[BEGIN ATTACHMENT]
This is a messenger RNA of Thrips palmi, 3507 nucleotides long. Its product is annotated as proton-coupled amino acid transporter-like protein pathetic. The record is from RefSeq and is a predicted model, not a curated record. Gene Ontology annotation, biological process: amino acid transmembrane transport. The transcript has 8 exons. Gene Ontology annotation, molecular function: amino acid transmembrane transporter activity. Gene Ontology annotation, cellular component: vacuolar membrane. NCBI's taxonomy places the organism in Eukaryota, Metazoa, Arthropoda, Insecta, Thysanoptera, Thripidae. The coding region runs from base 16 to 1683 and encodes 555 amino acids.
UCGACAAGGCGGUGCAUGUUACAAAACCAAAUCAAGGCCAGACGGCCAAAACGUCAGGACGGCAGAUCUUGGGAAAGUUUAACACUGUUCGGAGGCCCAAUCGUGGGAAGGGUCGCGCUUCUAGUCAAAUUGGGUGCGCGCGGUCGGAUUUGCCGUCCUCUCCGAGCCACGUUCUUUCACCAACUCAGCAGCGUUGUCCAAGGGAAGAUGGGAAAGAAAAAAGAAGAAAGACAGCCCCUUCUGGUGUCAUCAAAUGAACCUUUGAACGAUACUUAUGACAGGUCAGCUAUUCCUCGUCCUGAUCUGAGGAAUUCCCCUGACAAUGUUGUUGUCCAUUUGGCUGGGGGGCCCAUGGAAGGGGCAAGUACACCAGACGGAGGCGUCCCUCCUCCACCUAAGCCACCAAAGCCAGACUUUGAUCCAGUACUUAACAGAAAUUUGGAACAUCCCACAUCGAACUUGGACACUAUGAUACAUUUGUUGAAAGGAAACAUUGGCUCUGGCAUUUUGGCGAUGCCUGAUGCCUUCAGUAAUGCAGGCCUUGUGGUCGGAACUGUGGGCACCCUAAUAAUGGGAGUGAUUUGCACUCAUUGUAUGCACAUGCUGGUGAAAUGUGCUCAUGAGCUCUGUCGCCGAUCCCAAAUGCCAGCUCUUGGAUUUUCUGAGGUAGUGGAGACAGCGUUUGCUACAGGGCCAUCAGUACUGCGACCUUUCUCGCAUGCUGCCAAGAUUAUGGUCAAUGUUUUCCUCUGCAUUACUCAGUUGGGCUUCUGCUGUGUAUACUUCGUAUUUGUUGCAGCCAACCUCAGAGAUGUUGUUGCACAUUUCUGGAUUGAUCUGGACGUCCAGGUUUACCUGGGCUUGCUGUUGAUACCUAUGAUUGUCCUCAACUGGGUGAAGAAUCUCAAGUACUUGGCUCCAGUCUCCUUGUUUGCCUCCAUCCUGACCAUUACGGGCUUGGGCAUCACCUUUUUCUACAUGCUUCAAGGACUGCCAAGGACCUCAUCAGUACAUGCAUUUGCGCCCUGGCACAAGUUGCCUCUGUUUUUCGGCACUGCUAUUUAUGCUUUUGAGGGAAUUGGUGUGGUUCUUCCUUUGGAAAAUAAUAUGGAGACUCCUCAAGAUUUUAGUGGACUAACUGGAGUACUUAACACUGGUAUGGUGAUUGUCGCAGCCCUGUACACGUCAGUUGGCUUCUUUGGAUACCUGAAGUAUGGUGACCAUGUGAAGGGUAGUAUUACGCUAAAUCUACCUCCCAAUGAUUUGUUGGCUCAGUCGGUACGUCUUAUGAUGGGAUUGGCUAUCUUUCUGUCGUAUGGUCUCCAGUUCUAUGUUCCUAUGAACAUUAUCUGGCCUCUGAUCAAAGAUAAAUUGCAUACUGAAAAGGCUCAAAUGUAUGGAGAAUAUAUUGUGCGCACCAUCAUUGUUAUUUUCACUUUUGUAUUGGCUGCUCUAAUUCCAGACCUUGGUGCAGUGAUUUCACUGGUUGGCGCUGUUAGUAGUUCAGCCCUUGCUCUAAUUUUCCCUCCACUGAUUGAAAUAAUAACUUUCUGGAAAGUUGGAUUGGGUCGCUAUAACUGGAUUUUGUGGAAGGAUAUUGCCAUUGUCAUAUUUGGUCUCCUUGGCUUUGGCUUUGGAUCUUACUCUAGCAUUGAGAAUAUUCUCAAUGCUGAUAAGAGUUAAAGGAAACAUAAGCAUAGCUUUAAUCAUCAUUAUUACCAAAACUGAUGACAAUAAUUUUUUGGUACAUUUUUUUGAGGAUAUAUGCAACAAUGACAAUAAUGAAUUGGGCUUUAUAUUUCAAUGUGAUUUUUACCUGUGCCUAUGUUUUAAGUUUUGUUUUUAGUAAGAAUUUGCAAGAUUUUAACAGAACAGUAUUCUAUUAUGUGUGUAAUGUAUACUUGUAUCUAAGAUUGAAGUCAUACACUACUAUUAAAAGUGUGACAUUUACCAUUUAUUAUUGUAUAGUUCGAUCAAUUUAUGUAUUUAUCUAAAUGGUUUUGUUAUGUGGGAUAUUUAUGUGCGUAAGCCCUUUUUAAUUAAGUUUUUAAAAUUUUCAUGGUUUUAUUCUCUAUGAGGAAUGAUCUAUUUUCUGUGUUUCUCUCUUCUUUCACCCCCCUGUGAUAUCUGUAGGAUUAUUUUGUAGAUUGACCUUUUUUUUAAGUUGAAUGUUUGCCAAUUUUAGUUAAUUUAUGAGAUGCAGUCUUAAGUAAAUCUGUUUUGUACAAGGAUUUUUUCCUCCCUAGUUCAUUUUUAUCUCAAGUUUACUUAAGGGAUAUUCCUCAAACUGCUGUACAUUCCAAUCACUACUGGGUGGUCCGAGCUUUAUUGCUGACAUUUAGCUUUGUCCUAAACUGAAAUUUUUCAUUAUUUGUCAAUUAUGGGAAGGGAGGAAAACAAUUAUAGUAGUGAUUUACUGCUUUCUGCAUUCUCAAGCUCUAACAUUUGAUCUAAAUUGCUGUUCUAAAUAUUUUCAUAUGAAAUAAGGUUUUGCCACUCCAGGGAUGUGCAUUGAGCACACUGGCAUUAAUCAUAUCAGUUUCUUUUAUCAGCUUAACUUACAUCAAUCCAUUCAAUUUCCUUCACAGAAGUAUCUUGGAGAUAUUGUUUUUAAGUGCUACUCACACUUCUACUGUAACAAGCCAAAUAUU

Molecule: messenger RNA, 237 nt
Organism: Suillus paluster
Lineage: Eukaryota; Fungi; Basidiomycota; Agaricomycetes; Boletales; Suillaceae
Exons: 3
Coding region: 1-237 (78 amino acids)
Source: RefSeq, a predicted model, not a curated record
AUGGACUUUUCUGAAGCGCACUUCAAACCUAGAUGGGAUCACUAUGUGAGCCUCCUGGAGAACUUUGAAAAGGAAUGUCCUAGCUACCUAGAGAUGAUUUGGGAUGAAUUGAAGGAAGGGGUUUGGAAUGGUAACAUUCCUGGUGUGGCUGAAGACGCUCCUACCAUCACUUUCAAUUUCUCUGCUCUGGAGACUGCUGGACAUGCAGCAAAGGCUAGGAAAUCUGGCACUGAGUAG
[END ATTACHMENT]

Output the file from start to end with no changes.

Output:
This is a messenger RNA of Thrips palmi, 3507 nucleotides long. Its product is annotated as proton-coupled amino acid transporter-like protein pathetic. The record is from RefSeq and is a predicted model, not a curated record. Gene Ontology annotation, biological process: amino acid transmembrane transport. The transcript has 8 exons. Gene Ontology annotation, molecular function: amino acid transmembrane transporter activity. Gene Ontology annotation, cellular component: vacuolar membrane. NCBI's taxonomy places the organism in Eukaryota, Metazoa, Arthropoda, Insecta, Thysanoptera, Thripidae. The coding region runs from base 16 to 1683 and encodes 555 amino acids.
UCGACAAGGCGGUGCAUGUUACAAAACCAAAUCAAGGCCAGACGGCCAAAACGUCAGGACGGCAGAUCUUGGGAAAGUUUAACACUGUUCGGAGGCCCAAUCGUGGGAAGGGUCGCGCUUCUAGUCAAAUUGGGUGCGCGCGGUCGGAUUUGCCGUCCUCUCCGAGCCACGUUCUUUCACCAACUCAGCAGCGUUGUCCAAGGGAAGAUGGGAAAGAAAAAAGAAGAAAGACAGCCCCUUCUGGUGUCAUCAAAUGAACCUUUGAACGAUACUUAUGACAGGUCAGCUAUUCCUCGUCCUGAUCUGAGGAAUUCCCCUGACAAUGUUGUUGUCCAUUUGGCUGGGGGGCCCAUGGAAGGGGCAAGUACACCAGACGGAGGCGUCCCUCCUCCACCUAAGCCACCAAAGCCAGACUUUGAUCCAGUACUUAACAGAAAUUUGGAACAUCCCACAUCGAACUUGGACACUAUGAUACAUUUGUUGAAAGGAAACAUUGGCUCUGGCAUUUUGGCGAUGCCUGAUGCCUUCAGUAAUGCAGGCCUUGUGGUCGGAACUGUGGGCACCCUAAUAAUGGGAGUGAUUUGCACUCAUUGUAUGCACAUGCUGGUGAAAUGUGCUCAUGAGCUCUGUCGCCGAUCCCAAAUGCCAGCUCUUGGAUUUUCUGAGGUAGUGGAGACAGCGUUUGCUACAGGGCCAUCAGUACUGCGACCUUUCUCGCAUGCUGCCAAGAUUAUGGUCAAUGUUUUCCUCUGCAUUACUCAGUUGGGCUUCUGCUGUGUAUACUUCGUAUUUGUUGCAGCCAACCUCAGAGAUGUUGUUGCACAUUUCUGGAUUGAUCUGGACGUCCAGGUUUACCUGGGCUUGCUGUUGAUACCUAUGAUUGUCCUCAACUGGGUGAAGAAUCUCAAGUACUUGGCUCCAGUCUCCUUGUUUGCCUCCAUCCUGACCAUUACGGGCUUGGGCAUCACCUUUUUCUACAUGCUUCAAGGACUGCCAAGGACCUCAUCAGUACAUGCAUUUGCGCCCUGGCACAAGUUGCCUCUGUUUUUCGGCACUGCUAUUUAUGCUUUUGAGGGAAUUGGUGUGGUUCUUCCUUUGGAAAAUAAUAUGGAGACUCCUCAAGAUUUUAGUGGACUAACUGGAGUACUUAACACUGGUAUGGUGAUUGUCGCAGCCCUGUACACGUCAGUUGGCUUCUUUGGAUACCUGAAGUAUGGUGACCAUGUGAAGGGUAGUAUUACGCUAAAUCUACCUCCCAAUGAUUUGUUGGCUCAGUCGGUACGUCUUAUGAUGGGAUUGGCUAUCUUUCUGUCGUAUGGUCUCCAGUUCUAUGUUCCUAUGAACAUUAUCUGGCCUCUGAUCAAAGAUAAAUUGCAUACUGAAAAGGCUCAAAUGUAUGGAGAAUAUAUUGUGCGCACCAUCAUUGUUAUUUUCACUUUUGUAUUGGCUGCUCUAAUUCCAGACCUUGGUGCAGUGAUUUCACUGGUUGGCGCUGUUAGUAGUUCAGCCCUUGCUCUAAUUUUCCCUCCACUGAUUGAAAUAAUAACUUUCUGGAAAGUUGGAUUGGGUCGCUAUAACUGGAUUUUGUGGAAGGAUAUUGCCAUUGUCAUAUUUGGUCUCCUUGGCUUUGGCUUUGGAUCUUACUCUAGCAUUGAGAAUAUUCUCAAUGCUGAUAAGAGUUAAAGGAAACAUAAGCAUAGCUUUAAUCAUCAUUAUUACCAAAACUGAUGACAAUAAUUUUUUGGUACAUUUUUUUGAGGAUAUAUGCAACAAUGACAAUAAUGAAUUGGGCUUUAUAUUUCAAUGUGAUUUUUACCUGUGCCUAUGUUUUAAGUUUUGUUUUUAGUAAGAAUUUGCAAGAUUUUAACAGAACAGUAUUCUAUUAUGUGUGUAAUGUAUACUUGUAUCUAAGAUUGAAGUCAUACACUACUAUUAAAAGUGUGACAUUUACCAUUUAUUAUUGUAUAGUUCGAUCAAUUUAUGUAUUUAUCUAAAUGGUUUUGUUAUGUGGGAUAUUUAUGUGCGUAAGCCCUUUUUAAUUAAGUUUUUAAAAUUUUCAUGGUUUUAUUCUCUAUGAGGAAUGAUCUAUUUUCUGUGUUUCUCUCUUCUUUCACCCCCCUGUGAUAUCUGUAGGAUUAUUUUGUAGAUUGACCUUUUUUUUAAGUUGAAUGUUUGCCAAUUUUAGUUAAUUUAUGAGAUGCAGUCUUAAGUAAAUCUGUUUUGUACAAGGAUUUUUUCCUCCCUAGUUCAUUUUUAUCUCAAGUUUACUUAAGGGAUAUUCCUCAAACUGCUGUACAUUCCAAUCACUACUGGGUGGUCCGAGCUUUAUUGCUGACAUUUAGCUUUGUCCUAAACUGAAAUUUUUCAUUAUUUGUCAAUUAUGGGAAGGGAGGAAAACAAUUAUAGUAGUGAUUUACUGCUUUCUGCAUUCUCAAGCUCUAACAUUUGAUCUAAAUUGCUGUUCUAAAUAUUUUCAUAUGAAAUAAGGUUUUGCCACUCCAGGGAUGUGCAUUGAGCACACUGGCAUUAAUCAUAUCAGUUUCUUUUAUCAGCUUAACUUACAUCAAUCCAUUCAAUUUCCUUCACAGAAGUAUCUUGGAGAUAUUGUUUUUAAGUGCUACUCACACUUCUACUGUAACAAGCCAAAUAUU

Molecule: messenger RNA, 237 nt
Organism: Suillus paluster
Lineage: Eukaryota; Fungi; Basidiomycota; Agaricomycetes; Boletales; Suillaceae
Exons: 3
Coding region: 1-237 (78 amino acids)
Source: RefSeq, a predicted model, not a curated record
AUGGACUUUUCUGAAGCGCACUUCAAACCUAGAUGGGAUCACUAUGUGAGCCUCCUGGAGAACUUUGAAAAGGAAUGUCCUAGCUACCUAGAGAUGAUUUGGGAUGAAUUGAAGGAAGGGGUUUGGAAUGGUAACAUUCCUGGUGUGGCUGAAGACGCUCCUACCAUCACUUUCAAUUUCUCUGCUCUGGAGACUGCUGGACAUGCAGCAAAGGCUAGGAAAUCUGGCACUGAGUAG